‘Christmas star’ will make first showing in 800 years next week. Here is how you can see it.
A phenomenon not seen for nearly 800 years will light up the sky next week.
Two of the largest planets in the solar system will come together in “a great conjunction” right in time for Christmas, NASA reported. It is also the same day as the winter solstice.
“What has become known popularly as the ‘Christmas Star’ is an especially vibrant planetary conjunction easily visible in the evening sky over the next two weeks as the bright planets Jupiter and Saturn come together, culminating on the night of Dec. 21,” NASA said on its website.On Monday, Jupiter and Saturn will inch closer and closer to each other to be in conjunction, according to Space.com. The two planets rarely come together like other bright planets do.
The conjunction of the two planets happens about every 20 years, but they’re not always the same. This year’s grand conjunction will be the closest observable since 1226, EarthSky repored.
“On the 21st, they will appear so close that a pinkie finger at arm’s length will easily cover both planets in the sky,” NASA said. “The planets will be easy to see with the unaided eye by looking toward the southwest just after sunset.”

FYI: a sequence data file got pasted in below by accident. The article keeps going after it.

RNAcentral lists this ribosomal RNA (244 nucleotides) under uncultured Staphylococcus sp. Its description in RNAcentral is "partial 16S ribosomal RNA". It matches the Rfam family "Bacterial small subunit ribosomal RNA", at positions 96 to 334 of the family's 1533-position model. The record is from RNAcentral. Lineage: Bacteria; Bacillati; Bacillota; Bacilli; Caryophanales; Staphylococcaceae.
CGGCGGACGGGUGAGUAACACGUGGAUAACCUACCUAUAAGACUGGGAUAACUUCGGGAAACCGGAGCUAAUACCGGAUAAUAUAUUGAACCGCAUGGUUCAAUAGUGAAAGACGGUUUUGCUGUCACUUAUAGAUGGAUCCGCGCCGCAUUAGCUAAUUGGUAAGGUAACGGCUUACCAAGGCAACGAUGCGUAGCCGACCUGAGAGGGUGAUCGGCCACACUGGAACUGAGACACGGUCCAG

While the planets may appear very close from Earth, they are hundreds of millions of miles apart, according to NASA.
The best way to catch a glimpse of the rare phenomenon is to look about one hour after sunset, according to NASA. The planets are visible with the naked eye.
“Jupiter will look like a bright star and be easily visible,” NASA said. “Saturn will be slightly fainter and will appear slightly above and to the left of Jupiter until Dec. 21, when Jupiter will overtake it and they will reverse positions in the sky.”
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